New York’s Eviction Moratorium Is Ending


Good morning. It’s Friday. Today we’ll look at New York’s eviction moratorium, which is about to expire. We’ll also look at the first comprehensive Sherlock Holmes exhibition in New York in more than 50 years.

The state eviction moratorium was a lifeline for tenants when their incomes dried up in the early weeks of the coronavirus pandemic. Now the state is taking a risky step as Omicron-driven infections continue to surge: Officials are allowing the ban on evictions to expire on Saturday.

“It’s a moment of a lot of uncertainty and precariousness,” said Siya Hegde of Bronx Defenders, a nonprofit legal services group that has been representing tenants.

The concern reaches beyond housing court. Many officials and housing advocates worry that a rush of eviction cases could send New York’s precarious recovery in the wrong direction, and not just economically. There are also fears that crime and homelessness could edge up.

The numbers, which soared in 2020, remain staggering. The National Equity Atlas, a research tool that collates national economic data, estimated that 591,000 households in New York State are behind on rent and owe more than $1.97 billion. In New York City, households that are behind owe an average of about $3,500.

My colleague Mihir Zaveri writes that even before the pandemic, a quarter of the households in the city were severely cost-burdened, meaning that more than half their incomes went to rent and utilities. The pandemic only made things worse. The state has received more than 291,000 applications for rent relief since last summer.

The eviction crisis is a challenge for Gov. Kathy Hochul, who has made housing a centerpiece of her agenda as she prepares to run for a full term in November. She has been under pressure from landlords, who have lost enormous amounts of rental income during the pandemic and have complained that the moratorium was easily abused. She has also been criticized by left-leaning Democrats for letting the moratorium run out before new eviction safeguards were ready.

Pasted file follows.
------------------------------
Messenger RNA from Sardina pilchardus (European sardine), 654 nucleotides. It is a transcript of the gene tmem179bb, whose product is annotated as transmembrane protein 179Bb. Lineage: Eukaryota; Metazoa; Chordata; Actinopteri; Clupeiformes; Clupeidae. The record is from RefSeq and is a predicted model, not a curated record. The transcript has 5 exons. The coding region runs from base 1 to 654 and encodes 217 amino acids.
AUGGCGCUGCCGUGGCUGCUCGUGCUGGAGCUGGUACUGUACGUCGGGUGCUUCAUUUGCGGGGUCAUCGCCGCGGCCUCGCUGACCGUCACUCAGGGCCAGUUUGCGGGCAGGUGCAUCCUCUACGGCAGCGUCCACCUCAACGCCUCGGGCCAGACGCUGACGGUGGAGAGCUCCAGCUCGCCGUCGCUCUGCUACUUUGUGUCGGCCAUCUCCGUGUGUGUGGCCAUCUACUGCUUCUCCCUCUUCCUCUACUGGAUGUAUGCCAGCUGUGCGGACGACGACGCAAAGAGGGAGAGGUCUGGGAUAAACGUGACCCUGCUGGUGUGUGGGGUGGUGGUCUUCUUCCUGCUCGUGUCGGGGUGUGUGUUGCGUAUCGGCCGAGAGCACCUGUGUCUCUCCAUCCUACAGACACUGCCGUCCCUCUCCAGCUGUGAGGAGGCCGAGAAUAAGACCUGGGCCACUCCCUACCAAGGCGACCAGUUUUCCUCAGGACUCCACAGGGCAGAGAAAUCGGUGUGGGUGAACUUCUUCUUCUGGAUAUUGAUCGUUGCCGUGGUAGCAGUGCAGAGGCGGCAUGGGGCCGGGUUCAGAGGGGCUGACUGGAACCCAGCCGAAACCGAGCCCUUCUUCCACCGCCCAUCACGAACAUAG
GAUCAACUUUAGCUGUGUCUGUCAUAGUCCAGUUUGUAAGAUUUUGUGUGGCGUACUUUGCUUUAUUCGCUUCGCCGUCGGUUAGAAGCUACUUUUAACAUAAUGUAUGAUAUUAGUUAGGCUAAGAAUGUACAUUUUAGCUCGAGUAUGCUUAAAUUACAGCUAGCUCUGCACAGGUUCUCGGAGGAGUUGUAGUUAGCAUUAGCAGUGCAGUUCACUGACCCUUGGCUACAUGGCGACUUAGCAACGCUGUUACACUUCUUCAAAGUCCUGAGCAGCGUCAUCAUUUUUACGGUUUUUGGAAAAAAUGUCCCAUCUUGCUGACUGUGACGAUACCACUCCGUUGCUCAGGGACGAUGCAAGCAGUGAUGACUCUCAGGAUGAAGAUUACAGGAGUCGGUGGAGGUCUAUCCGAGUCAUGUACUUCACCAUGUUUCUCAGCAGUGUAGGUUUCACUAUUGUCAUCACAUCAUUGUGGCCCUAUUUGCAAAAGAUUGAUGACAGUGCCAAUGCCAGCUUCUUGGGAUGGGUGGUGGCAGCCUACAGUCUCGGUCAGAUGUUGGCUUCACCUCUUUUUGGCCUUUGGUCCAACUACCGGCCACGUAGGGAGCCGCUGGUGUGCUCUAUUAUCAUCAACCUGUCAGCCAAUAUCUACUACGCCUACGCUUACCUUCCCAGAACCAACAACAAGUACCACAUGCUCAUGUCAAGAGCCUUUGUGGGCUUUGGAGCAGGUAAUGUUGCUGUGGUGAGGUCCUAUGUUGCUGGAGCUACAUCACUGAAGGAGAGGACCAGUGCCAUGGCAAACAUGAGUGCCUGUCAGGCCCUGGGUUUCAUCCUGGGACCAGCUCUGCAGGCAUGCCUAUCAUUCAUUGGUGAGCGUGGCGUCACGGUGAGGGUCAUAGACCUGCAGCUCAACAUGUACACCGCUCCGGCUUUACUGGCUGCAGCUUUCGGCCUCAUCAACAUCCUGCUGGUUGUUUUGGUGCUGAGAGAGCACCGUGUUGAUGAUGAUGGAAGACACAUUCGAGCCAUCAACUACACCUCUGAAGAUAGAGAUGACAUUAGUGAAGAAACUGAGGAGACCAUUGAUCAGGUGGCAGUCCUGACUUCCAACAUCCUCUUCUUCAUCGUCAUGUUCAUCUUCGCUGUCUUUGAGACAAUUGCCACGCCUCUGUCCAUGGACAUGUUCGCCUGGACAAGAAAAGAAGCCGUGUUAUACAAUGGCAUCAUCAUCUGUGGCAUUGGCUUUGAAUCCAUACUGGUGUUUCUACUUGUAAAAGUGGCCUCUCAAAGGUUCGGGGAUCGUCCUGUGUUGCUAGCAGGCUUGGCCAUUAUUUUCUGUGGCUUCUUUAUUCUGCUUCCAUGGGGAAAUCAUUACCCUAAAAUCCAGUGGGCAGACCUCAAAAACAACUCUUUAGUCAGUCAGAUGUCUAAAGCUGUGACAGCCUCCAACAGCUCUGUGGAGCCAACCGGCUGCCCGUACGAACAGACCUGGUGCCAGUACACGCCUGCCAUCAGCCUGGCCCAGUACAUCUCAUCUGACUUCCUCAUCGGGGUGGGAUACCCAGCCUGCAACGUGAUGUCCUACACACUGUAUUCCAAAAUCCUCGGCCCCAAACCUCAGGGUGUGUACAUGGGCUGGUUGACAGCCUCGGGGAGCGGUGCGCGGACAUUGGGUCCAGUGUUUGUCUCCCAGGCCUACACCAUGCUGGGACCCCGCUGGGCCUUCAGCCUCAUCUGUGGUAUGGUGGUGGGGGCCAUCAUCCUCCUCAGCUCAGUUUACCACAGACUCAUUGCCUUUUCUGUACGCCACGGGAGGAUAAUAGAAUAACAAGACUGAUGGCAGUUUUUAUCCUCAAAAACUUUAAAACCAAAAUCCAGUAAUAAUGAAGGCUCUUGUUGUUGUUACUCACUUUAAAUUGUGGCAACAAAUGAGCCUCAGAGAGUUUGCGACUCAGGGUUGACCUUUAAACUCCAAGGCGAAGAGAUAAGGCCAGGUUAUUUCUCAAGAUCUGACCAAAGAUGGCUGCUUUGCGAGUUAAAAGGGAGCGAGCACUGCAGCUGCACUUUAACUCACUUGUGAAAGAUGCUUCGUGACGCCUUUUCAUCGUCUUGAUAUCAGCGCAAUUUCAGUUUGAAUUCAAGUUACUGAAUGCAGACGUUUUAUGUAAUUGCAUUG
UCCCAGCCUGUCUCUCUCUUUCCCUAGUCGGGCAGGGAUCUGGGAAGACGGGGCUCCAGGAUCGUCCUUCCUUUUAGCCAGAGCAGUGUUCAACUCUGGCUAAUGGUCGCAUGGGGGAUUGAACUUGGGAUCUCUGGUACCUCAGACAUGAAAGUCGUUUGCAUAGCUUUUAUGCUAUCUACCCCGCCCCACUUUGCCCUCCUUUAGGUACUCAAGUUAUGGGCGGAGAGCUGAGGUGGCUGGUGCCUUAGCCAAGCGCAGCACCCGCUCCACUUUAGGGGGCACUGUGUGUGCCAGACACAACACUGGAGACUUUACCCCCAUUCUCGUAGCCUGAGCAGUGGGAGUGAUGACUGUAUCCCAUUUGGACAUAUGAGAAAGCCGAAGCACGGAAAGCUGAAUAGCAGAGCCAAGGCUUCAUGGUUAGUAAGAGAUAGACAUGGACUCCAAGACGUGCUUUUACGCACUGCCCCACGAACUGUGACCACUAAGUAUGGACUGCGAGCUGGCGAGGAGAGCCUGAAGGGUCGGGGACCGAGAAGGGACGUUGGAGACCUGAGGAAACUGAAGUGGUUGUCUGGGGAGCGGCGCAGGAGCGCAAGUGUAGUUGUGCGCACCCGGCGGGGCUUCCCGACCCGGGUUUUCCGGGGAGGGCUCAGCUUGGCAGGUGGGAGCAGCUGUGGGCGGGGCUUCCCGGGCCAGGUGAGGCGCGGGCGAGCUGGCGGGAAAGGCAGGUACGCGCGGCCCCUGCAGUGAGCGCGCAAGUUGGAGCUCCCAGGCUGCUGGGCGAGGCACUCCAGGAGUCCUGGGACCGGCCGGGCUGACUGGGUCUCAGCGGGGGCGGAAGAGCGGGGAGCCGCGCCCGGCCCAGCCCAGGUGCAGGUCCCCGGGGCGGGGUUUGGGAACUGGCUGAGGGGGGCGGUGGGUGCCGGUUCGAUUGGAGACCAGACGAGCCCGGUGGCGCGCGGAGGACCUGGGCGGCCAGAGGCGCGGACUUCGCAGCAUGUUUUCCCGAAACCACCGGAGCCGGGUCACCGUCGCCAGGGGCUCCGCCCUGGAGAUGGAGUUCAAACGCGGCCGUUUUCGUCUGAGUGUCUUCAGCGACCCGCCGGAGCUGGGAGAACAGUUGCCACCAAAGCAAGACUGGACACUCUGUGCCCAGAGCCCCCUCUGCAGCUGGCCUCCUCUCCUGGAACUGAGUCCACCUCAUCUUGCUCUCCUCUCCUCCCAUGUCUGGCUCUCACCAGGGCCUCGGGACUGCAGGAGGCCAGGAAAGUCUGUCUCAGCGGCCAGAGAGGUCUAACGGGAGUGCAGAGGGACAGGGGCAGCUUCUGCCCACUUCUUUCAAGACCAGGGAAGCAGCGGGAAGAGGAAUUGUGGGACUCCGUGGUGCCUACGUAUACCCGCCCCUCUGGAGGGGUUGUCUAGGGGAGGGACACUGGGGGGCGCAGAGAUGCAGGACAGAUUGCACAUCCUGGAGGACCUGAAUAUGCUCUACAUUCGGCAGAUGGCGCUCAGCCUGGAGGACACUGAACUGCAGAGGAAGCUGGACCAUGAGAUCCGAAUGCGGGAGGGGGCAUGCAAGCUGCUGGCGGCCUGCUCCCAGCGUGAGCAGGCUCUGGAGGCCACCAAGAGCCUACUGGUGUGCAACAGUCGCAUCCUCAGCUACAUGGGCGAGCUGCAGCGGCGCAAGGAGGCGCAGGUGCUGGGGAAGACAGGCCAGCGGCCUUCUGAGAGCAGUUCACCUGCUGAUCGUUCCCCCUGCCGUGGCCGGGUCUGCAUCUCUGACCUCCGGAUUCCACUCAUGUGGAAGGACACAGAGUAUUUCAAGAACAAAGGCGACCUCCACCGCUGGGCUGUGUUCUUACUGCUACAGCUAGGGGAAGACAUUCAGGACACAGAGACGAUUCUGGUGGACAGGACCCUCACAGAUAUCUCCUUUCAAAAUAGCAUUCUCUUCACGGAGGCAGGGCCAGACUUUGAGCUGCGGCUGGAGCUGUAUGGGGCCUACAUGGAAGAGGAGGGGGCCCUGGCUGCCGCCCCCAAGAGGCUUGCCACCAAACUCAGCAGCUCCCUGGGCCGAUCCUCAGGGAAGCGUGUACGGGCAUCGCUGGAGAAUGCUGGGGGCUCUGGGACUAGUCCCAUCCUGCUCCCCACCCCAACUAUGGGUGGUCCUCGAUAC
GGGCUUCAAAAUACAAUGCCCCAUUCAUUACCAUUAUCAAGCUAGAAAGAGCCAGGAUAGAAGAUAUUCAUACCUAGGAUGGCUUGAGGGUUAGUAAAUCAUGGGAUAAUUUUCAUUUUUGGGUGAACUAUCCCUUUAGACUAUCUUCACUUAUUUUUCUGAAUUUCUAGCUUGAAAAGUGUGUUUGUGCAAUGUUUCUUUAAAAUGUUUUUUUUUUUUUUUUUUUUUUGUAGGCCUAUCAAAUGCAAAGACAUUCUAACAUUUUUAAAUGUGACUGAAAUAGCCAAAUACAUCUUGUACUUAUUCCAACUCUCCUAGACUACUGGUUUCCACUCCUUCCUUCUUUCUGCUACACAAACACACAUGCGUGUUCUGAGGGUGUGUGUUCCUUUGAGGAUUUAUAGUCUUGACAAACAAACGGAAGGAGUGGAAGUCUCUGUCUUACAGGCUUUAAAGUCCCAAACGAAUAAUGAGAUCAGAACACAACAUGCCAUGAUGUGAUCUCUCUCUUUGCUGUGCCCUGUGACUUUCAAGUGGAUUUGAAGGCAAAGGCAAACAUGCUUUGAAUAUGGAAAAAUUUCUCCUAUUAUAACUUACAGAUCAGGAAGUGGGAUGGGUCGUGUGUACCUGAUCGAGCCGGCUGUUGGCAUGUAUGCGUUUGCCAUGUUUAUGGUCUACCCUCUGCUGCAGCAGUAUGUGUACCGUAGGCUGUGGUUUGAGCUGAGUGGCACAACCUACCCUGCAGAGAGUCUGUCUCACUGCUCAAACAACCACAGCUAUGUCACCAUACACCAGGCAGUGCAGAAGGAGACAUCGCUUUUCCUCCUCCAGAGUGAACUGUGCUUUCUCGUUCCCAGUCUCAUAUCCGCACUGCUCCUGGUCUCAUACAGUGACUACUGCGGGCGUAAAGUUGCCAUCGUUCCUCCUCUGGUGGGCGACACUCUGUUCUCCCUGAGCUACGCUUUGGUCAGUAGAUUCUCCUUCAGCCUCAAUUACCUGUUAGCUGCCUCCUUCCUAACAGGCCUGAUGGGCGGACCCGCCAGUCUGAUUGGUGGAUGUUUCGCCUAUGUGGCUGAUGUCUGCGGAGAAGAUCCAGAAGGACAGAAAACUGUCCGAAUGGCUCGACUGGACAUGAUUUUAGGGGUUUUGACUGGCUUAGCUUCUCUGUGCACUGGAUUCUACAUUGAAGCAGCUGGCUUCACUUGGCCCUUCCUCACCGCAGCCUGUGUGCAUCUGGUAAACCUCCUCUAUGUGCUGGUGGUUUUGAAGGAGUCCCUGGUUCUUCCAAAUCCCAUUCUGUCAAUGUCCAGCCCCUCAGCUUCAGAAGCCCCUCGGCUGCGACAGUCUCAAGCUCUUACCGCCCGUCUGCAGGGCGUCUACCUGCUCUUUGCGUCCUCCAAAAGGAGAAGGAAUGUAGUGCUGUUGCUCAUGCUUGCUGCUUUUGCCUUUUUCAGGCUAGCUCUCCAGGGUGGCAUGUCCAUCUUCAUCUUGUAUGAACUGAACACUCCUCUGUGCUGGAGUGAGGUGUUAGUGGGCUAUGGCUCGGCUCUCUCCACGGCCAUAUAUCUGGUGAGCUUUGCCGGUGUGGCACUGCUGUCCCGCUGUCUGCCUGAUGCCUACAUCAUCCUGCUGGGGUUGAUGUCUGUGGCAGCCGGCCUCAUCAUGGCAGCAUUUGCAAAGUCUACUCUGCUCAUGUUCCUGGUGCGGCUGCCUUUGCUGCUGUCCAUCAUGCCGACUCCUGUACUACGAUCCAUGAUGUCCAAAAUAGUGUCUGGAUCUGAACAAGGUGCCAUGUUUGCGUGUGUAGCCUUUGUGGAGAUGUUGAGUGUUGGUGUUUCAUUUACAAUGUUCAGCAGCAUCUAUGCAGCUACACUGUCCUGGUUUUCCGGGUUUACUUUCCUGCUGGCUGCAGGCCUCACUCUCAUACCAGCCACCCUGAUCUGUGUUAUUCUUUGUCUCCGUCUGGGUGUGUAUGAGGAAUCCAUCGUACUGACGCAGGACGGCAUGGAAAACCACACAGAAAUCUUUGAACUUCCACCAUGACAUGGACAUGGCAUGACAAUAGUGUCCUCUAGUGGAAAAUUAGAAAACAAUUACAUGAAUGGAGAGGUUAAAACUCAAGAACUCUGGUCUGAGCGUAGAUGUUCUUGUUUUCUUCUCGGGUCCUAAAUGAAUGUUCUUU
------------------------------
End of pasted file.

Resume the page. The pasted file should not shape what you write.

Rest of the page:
Hochul said this week she that she was talking with state lawmakers about next steps. She and three other Democratic governors — Gov. Philip Murphy of New Jersey, Gov. Gavin Newsom of California and Gov. J.B. Pritzker of Illinois — wrote to the federal government, seeking more rent relief for states like theirs with large concentrations of renters.

What to do after the eviction moratorium expires is only one of the challenges Hochul faces. Another is working with the Legislature in Albany.

She has promised a “new era” of collaboration with lawmakers. In outlining an expansive policy agenda — a wish list that she cannot push toward reality without them — she said last week that “the days of governors disregarding the rightful role of this Legislature are over.” She will release her budget proposals next week.